If you have ever tackled the Sudoku logic game, the craze that is threatening to displace crossword puzzles as the office time killer, you know that it can take a lot longer than 15 minutes to solve.
Just don't tell that to Jana Tylová.
Tylová, 31, usually only needs about that much time to work through even the hardest versions of the popular puzzle, and that speed helped her recently take first place in the first-ever World Sudoku Championship in the Italian city of Lucca.
The accountant from Most, north Bohemia, edged out 87 other competitors from 22 countries on her way to the title March 10 and 11. Heading into the final day of the tournament, she was as far back as eighth place before making a late charge.
"I was very surprised," she told The Prague Post. "I thought I could maybe finish among the top 10 or 15 but I did not expect to win."
People passionate about logic games have long known about Sudoku, which has its origins in Japan and means "The digits must remain single."
The game has been a regular part of larger logic tournaments for years. But only recently, in the past three years or so, has Sudoku burst into the public sphere, with not only newspapers dedicating regular space to the bafflers but many publishing houses producing thick books of Sudoku puzzles for all ability levels.
Sudoku involves nine separate grids, with each grid containing nine boxes, some of which have a number ranging from 1 to 9 in them. The object is to fill out each grid completely, assigning each of the nine boxes a number. But no row, column and grid can repeat a number.
Puzzles get harder when more grids are added and fewer numbers are provided at the outset. With all Sudoku games there is only one possible solution.
At her fastest, Tylová can solve one in two minutes.
"I like Sudoku because all you need is a piece of paper, a pencil, and some logical thinking," said Tylová. "But the difficulty really depends on how many numbers are filled out to start with. I try one approach and if I discover an error, I go back and start again, differently."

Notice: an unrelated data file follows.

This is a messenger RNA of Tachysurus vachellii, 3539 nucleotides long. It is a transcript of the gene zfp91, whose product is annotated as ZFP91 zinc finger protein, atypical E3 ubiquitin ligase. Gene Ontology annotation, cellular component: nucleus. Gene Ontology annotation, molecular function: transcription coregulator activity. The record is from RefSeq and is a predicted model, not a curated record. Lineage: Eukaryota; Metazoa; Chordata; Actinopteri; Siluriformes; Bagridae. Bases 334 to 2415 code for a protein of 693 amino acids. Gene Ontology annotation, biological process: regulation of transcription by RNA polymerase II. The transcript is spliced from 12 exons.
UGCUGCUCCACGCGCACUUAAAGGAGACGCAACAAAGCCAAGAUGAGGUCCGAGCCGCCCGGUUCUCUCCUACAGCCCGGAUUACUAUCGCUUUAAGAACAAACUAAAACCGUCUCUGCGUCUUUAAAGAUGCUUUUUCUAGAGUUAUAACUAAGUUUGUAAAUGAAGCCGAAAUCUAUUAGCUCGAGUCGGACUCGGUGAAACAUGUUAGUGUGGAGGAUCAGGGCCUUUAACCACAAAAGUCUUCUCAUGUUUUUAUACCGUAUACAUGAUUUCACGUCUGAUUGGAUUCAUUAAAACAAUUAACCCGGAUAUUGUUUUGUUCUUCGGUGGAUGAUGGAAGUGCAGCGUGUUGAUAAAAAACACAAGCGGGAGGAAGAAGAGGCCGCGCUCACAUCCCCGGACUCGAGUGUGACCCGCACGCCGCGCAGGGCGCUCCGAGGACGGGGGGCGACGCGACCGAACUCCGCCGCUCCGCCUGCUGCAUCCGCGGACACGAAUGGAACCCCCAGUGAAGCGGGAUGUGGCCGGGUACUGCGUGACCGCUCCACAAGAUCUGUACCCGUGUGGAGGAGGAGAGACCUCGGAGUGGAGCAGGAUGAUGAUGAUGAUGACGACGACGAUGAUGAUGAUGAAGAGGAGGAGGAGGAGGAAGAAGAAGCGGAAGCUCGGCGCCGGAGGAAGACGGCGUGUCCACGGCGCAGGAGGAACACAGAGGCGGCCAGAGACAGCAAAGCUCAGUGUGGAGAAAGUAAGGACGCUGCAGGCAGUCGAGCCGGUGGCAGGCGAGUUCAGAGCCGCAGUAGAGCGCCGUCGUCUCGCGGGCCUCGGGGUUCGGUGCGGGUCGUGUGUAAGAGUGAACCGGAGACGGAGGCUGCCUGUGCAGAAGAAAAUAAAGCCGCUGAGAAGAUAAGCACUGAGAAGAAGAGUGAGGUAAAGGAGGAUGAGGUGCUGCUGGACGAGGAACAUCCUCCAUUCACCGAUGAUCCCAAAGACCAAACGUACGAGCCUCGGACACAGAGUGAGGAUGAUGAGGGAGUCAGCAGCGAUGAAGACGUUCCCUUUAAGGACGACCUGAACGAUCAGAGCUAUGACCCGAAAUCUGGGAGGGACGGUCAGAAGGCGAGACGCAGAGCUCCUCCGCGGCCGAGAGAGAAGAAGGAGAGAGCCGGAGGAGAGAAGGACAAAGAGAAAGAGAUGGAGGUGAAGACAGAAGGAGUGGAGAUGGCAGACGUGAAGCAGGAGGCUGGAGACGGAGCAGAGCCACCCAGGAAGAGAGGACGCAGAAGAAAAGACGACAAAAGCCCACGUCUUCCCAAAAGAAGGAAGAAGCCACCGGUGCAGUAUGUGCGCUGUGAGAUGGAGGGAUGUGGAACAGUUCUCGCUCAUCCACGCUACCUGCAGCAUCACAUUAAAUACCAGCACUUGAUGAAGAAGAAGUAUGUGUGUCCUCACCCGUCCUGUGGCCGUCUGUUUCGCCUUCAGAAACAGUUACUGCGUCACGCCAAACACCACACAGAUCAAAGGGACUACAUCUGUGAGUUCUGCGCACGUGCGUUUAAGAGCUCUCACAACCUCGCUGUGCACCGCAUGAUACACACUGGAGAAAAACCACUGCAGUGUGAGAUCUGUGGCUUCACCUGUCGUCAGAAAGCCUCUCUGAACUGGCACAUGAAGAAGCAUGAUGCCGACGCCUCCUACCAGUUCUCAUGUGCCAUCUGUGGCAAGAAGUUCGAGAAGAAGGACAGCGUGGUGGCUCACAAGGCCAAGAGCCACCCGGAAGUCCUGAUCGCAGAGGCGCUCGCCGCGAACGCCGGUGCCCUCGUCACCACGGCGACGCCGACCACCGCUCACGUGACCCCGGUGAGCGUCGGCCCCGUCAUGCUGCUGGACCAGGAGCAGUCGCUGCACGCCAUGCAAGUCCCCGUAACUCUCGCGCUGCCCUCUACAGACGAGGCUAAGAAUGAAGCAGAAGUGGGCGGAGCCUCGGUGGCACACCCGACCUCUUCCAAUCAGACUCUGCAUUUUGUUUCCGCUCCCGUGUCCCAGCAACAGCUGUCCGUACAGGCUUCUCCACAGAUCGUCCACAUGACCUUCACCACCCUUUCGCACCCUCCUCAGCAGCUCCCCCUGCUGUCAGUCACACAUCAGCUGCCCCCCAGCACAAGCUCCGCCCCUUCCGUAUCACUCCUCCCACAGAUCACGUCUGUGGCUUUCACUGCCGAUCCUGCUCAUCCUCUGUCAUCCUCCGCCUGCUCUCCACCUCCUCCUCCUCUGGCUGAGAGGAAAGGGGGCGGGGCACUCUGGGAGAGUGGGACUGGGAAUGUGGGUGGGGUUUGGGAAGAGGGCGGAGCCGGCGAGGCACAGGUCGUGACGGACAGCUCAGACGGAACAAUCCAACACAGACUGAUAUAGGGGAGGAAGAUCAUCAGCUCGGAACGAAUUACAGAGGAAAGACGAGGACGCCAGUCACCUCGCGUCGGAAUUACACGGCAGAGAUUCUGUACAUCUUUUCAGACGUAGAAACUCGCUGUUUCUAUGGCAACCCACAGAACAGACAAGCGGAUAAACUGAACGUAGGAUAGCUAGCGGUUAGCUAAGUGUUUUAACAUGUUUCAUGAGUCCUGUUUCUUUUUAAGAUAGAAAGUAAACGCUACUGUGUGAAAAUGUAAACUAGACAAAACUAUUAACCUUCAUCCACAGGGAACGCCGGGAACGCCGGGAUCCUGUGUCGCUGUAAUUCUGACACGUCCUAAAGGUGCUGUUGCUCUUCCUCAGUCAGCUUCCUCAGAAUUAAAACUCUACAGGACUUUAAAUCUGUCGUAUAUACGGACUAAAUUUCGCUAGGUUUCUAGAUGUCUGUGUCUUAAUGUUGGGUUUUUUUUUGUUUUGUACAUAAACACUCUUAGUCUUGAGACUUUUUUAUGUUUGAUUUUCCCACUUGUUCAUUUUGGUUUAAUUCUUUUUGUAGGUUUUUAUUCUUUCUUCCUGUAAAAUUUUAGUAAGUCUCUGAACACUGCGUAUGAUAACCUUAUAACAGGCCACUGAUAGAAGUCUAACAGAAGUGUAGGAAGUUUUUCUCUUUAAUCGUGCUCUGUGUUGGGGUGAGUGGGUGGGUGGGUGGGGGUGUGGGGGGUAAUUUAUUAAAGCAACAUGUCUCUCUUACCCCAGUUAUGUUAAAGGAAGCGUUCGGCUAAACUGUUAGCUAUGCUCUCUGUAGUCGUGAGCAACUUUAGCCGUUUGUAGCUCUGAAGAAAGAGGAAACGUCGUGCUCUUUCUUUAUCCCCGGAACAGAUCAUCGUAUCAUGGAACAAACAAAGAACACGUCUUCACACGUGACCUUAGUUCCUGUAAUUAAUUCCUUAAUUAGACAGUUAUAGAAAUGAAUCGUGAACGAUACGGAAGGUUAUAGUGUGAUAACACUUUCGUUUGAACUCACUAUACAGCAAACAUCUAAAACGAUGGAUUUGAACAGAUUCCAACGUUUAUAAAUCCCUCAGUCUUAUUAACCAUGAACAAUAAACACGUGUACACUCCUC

The game's popularity here has spread like wildfire in the past year. Most daily newspapers now carry Sudoku puzzles. An online competitive league www.Sudoku-league.com/cz launched last September and already counts 10,000 registered users. There are regular regional and national tournaments, and there is even talk of bringing the second annual world championship to Prague next year.
"Czechs have always loved solving classical crossword puzzles," said Marek Čierny, who runs the Web site.
Kanzelsberger, a Czech book publisher who is the online league's general partner, was the first to release a Czech Sudoku book in 2005.
"Ever since we began publishing them, Sudoku books have always finished among the 10 most popular of our sold titles," said company spokesman Zdeněk Fekar.
Working to a championship
Tylová began getting serious about Sudoku last September and since then has completed more than 1,000 puzzles, 10 each day on average.
A graduate of the Economic Faculty of the Czech Agricultural University in Prague, Tylová said she has always been interested in tests of logic. She has competed in five world championships in another game of logic, the Chinese board game Go.
Last month, Tylová won the Czech Sudoku Championship, held in Brno, which qualified her for the world championship.
Five other Czechs competed in Italy, all of whom finished in the top half of the field.
"In Lucca, the media paid a lot of attention to the championship. But there was no audience, so the atmosphere was fairly quiet," Tylová recalled. On the first day of the tournament, competitors spent more than eight hours standing at large boards solving puzzles.
Nine made it through to the second day of the tournament.
"Then we had six 15-minute rounds, and after each round one competitor was eliminated until three of us were left to compete in the final," Tylová said.
In case all competitors had a correct solution, the slowest one was eliminated.
"I was maybe a little nervous, but then again, I have a good deal of experience from other competitions so it wasn't anything serious," Tylová said.
In the end, Tylová was left standing, having out-raced tournament favorites Thomas Snyder, a Harvard University postgraduate student, and Wei-Ha Huang, who works for Internet search engine Google.
One other Czech, Robert Babilon of Prague, finished in the top 10.
After the tournament
Tylová will continue to compete online in the league, with an eye to next year's world championship. The league works as a monthly tournament with one new puzzle every day. The computer tracks how long players take to solve the puzzles, and the fastest player by the end of the month is named the winner.
"She is one of the best Sudoku league players, but she has never managed to beat all players in a whole month," said Čierny of Tylová.
Čierny said the problem with playing Sudoku online is that there is never 100 percent certainty that players are not cheating: Some have been known to write complicated computer programs that help them solve games quickly.
The strong showing of Czechs in the world championship bodes well for the game here in the future, Tylová said.
"The results achieved by the whole Czech team are very significant. That's an excellent result and one I hope will yet boost people's interest in Sudoku," she said.
Petr Kašpar contributed to this report.